Women more likely to be impacted by this rare skin condition

Leisa Prescott suffered 24 years of inflamed abscesses and nodules on her skin, but doctors didn’t know why.

The sores began to develop in her groin, she had to get an incision and drainage to manage the condition.

After visiting dozens of doctors who were dismissive of her symptoms, it began to take a toll on her mental health.

“The scarring, the inflammation, the smell sometimes, is all very overwhelming, especially for a young girl,” Ms Prescott said.

“I was turned away by doctors who said, ‘Oh, it’s just acne’ and each time it just chips away at your confidence.”

Sores in an armpit.
Hidradenitis Suppurativa can cause inflamed abscesses. (Supplied: Princess Alexandra Hospital)

Ms Prescott, now 51, had over 300 surgical procedures to target the scarring and inflammation.

One of the biggest challenges has been trying to overcome the shame of her condition – she’s been without a partner for 20 years.

“I made excuses to people, to partners back then, that I was allergic to certain things in the environment because we just did not know what it was,” she said.

Chance diagnosis of skin condition

In 2013, a chance encounter at Brisbane’s Princess Alexandra Hospital finally gave Ms Prescott the answers she needed.

While discussing her condition at an appointment, an Austrian doctor overhead and diagnosed Ms Prescott with Hidradenitis Suppurativa (HS).

“He had seen overseas what the disease was and that’s when my diagnosis was formally made, when I was 37,” she said.

Ms Prescott — who lives in the Bundaberg region — trialled treatments at the hospital but, because the condition had made such an impact over the years, the results were mixed.

A selfie of Leisa Prescott with her dog at a sporting field.
Leisa Prescott says the condition has caused her significant pain. (Supplied: Leisa Prescott)

HS is an inflammatory skin disease, where recurring lumps form under the skin in areas prone to friction.

Compared to men, women are three times more likely to have the disease, with overseas studies suggesting a higher susceptibility in women of colour.

The disease affects less than 1 per cent of the population, according to researchers at Princess Alexandra Hospital.

Diagnosis takes longer in Queensland

In Australia, HS is severely under-researched — dermatologist Erin McMeniman is one of the few experts in Queensland.

She suspects the number of people with HS could be higher than estimated, due to medical professionals missing vital signs.

A selfie of Leisa Prescott in hospital.
Leisa Prescott receives treatment for her condition in the Bundaberg region. (Supplied: Leisa Prescott)

“It’s been very much a condition without enough awareness, and it hasn’t been well taught in medical schools and in training programs,” she said.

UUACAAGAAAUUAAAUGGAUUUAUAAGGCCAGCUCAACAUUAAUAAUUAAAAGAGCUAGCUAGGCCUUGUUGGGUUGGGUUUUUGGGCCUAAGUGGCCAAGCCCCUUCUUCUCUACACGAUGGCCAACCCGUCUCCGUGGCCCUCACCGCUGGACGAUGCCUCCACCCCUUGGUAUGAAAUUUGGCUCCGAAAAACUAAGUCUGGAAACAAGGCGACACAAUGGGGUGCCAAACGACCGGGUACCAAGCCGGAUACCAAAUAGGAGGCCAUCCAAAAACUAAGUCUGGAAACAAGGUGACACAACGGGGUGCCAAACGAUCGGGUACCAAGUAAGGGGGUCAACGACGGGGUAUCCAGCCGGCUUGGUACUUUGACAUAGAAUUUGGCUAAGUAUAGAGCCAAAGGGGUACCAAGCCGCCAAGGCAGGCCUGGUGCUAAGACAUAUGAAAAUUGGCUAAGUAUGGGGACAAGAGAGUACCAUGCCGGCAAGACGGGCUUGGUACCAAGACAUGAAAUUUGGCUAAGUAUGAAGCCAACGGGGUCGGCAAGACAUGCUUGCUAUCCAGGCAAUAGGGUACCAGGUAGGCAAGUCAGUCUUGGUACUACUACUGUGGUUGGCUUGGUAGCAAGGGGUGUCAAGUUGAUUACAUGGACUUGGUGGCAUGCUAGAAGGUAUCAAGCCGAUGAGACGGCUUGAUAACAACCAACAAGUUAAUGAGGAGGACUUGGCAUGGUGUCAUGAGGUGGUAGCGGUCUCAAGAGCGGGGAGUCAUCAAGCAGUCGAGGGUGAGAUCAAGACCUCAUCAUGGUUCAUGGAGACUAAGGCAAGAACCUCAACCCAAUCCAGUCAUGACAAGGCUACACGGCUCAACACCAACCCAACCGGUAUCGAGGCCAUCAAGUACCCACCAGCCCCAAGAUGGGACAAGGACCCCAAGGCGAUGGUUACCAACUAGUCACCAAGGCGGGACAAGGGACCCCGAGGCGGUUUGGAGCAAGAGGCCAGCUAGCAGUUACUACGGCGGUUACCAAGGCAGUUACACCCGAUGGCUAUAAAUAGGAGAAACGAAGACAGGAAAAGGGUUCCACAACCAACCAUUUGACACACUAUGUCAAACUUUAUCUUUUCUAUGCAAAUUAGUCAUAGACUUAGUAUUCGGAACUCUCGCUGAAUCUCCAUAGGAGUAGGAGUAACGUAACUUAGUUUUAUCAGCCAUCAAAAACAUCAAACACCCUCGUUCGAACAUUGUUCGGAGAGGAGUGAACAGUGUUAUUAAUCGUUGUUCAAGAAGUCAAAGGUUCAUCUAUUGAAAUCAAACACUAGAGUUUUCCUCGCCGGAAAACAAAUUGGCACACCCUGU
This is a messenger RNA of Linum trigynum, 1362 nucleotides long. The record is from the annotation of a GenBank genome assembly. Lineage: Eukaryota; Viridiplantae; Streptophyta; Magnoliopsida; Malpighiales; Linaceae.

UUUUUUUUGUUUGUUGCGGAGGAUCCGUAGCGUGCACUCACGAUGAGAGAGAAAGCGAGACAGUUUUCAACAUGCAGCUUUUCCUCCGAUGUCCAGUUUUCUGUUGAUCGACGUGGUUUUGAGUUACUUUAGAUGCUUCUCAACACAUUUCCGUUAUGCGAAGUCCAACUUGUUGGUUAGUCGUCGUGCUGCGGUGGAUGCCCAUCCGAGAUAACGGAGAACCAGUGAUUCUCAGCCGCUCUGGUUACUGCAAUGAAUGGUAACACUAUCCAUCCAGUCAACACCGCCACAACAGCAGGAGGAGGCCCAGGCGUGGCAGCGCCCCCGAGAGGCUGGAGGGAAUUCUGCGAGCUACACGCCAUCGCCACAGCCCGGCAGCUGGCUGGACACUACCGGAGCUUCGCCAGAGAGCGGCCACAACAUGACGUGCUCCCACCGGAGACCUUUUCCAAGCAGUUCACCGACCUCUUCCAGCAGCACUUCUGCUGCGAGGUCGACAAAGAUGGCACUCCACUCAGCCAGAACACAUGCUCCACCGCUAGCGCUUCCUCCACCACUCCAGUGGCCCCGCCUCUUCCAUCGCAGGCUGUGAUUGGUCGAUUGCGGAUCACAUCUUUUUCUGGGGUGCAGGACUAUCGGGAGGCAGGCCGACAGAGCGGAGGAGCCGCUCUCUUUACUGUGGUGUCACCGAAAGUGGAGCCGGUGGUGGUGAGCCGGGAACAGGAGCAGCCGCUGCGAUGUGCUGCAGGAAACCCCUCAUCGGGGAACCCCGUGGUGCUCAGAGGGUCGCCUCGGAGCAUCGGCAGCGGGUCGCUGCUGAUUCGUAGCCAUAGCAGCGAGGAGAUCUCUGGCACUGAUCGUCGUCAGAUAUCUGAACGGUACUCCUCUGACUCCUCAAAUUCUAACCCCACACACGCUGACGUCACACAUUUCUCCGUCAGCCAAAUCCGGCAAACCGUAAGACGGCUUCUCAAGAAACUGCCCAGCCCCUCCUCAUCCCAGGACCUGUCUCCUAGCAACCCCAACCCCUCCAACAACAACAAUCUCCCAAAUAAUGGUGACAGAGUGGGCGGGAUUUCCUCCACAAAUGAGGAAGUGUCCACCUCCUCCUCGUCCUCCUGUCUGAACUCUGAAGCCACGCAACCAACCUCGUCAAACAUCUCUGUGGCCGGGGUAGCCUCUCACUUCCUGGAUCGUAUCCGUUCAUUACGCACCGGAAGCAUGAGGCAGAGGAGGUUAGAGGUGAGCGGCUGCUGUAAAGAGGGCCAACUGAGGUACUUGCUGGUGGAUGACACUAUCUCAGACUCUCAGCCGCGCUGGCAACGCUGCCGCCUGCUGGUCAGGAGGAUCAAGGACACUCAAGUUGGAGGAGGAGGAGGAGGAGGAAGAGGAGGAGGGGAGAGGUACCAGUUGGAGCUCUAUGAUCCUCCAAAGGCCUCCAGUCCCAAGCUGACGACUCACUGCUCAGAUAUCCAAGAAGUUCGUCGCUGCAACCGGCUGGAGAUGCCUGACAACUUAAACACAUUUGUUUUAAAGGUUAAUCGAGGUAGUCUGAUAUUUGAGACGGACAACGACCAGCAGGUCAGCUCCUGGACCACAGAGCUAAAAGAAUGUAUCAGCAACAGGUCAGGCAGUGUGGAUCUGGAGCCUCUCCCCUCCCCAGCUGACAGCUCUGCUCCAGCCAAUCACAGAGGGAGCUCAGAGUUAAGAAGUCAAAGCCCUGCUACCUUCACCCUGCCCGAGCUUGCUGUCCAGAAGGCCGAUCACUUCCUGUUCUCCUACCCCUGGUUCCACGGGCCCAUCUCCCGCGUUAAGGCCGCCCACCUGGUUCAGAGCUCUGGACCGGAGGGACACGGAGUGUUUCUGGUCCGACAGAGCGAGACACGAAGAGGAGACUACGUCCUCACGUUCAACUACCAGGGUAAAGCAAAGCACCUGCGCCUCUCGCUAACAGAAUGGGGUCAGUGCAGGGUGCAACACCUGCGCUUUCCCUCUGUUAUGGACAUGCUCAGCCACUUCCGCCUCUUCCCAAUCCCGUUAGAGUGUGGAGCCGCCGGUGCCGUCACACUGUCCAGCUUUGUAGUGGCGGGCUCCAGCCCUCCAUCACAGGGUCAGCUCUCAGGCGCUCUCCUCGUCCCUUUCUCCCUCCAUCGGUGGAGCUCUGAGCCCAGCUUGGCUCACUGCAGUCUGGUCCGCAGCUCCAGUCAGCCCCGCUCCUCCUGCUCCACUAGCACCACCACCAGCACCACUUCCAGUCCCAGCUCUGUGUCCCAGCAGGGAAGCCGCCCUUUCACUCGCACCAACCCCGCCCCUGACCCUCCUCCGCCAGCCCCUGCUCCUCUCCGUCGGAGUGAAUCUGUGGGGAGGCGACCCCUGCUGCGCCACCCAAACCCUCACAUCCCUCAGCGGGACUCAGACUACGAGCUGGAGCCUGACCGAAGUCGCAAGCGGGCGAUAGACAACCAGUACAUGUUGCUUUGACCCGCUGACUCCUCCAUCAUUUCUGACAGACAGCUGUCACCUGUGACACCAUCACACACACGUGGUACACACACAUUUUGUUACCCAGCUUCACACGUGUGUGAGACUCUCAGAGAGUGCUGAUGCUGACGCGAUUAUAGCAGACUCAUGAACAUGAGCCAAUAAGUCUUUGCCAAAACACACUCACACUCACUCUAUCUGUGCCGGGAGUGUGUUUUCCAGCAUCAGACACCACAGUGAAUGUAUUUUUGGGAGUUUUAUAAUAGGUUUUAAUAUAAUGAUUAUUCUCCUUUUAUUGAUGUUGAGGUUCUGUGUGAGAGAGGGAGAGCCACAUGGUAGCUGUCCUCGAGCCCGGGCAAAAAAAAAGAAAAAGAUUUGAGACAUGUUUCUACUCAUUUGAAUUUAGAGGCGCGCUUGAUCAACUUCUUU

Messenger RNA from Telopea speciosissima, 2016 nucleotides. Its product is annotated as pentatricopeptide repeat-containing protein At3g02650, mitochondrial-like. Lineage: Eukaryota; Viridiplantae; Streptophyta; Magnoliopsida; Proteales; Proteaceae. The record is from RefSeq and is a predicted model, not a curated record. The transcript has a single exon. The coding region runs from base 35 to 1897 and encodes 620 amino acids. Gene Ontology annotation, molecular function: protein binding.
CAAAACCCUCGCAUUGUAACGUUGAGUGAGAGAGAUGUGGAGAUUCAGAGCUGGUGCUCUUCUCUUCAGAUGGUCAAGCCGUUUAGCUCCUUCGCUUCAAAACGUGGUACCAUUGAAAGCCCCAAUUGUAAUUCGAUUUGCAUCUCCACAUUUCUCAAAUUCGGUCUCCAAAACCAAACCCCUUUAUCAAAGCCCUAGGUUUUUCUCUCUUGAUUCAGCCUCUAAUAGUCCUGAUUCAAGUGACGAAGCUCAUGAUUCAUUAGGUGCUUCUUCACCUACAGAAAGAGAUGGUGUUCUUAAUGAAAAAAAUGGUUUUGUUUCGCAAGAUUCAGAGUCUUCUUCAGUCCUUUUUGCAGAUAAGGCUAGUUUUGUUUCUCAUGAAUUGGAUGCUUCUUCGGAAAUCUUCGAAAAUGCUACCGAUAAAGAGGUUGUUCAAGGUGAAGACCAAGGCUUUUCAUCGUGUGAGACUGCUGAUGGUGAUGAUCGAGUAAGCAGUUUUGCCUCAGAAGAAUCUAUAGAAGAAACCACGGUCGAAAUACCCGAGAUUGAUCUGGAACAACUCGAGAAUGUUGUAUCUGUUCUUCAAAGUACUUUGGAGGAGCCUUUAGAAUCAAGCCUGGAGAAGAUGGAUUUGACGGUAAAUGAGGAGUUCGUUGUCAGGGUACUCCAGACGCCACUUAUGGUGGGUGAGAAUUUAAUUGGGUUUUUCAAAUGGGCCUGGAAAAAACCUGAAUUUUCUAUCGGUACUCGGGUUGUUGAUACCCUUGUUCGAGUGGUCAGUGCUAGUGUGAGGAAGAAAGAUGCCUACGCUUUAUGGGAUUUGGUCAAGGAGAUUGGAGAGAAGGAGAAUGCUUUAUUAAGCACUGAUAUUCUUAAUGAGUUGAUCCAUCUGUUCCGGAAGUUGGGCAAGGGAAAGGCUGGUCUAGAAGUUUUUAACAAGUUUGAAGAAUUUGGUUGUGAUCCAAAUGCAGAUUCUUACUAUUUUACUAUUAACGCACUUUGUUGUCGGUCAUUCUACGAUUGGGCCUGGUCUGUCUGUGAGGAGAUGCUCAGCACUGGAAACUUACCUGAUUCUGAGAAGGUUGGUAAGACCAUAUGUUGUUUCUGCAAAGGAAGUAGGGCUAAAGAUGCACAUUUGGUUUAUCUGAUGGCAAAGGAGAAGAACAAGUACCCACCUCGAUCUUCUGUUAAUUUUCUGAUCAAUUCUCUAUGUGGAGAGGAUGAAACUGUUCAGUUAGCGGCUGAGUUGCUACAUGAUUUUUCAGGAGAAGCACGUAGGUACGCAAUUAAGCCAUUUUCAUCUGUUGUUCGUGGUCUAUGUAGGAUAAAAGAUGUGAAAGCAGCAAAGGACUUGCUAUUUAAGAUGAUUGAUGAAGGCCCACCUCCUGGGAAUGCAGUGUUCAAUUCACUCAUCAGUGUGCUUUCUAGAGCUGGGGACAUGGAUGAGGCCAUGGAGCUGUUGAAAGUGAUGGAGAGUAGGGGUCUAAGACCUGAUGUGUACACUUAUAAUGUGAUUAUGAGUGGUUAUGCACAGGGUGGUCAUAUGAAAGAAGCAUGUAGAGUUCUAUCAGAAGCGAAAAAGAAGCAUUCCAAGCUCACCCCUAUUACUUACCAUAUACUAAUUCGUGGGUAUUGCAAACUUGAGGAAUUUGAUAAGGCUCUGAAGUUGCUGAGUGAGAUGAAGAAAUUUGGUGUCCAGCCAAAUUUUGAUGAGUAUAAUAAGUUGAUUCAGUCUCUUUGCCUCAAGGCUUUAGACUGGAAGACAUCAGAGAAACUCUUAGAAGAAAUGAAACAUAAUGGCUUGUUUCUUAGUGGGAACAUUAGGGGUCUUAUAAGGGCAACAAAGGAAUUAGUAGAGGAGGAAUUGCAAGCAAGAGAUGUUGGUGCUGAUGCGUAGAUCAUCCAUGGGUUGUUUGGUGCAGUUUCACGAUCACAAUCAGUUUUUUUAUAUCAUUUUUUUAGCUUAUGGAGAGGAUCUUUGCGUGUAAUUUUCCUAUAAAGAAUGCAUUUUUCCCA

“I think we really need to address the junior doctors, emergency department doctors and GPs, because this is where the patients present first.”

A lighthouse is illuminated by purple lighting.
Old Cleveland Lighthouse was lit up in purple during Hidradenitis Suppurativa Awareness Week. (Supplied: Steph Friend)

Dr McMeniman said research patients in Brisbane experienced a longer delay than the global average.

“International studies showed seven years, but actually, our data in Brisbane was over a 10-year delay to diagnosis,” she said.

A lack of wider expertise in the area has led to people with HS starting their own support groups.

Steph Friend was diagnosed in 2021 after first experiencing symptoms in preschool.

Like Ms Prescott, doctors didn’t take her medical concerns seriously, even after she received a diagnosis.

“I got my diagnosis, and I walked in and [the doctor was] like, ‘Oh, okay, well, you know, it mustn’t be that bad’,” she said.

A selfie of Steph Friend.
Steph Friend is the founder of Hidradenitis Suppurativa Australia. (Supplied: Steph Friend)

Now 34, Ms Friend is determined to change the perception of HS in the wider community.

She started a not-for-profit organisation called Hidradenitis Suppurativa Australia, which provides users a platform to discuss the illness.

Last year for HS awareness week, the group lit up various Brisbane landmarks in purple, including the Old Cleveland Lighthouse and Victoria Bridge.

Her own “horrid” experience with specialists and overcoming a sense of loneliness led to the group’s creation.

“I wanted to make change and not have people go through that,” Ms Friend said.

A bridge in Brisbane glows purple.
Victoria Bridge in Brisbane’s CBD was also illuminated by purple lights for Hidradenitis Suppurativa awareness. (@brizzypix: Mark Coleman)

Researchers hopeful

Though there is no existing cure for HS, research trials exploring alternative treatment therapies are underway.

“As reassurance for patients suffering with [the] disease, we’re recruiting for a trial at the PA Hospital,” Dr McMeniman said.

“We are hoping that we have new and better therapies down the track as well.”

Skin damaged by HS
Leisa Prescott’s skin on her under arm has been damaged by HS. (Supplied: Princess Alexandra Hospital)

In a statement, Queensland Health said anyone suspecting they may have HS should seek an assessment from their GP, who may advise on a dermatologist referral.

Hidradenitis Suppurativa Awareness Week takes place in the first week of June each year.

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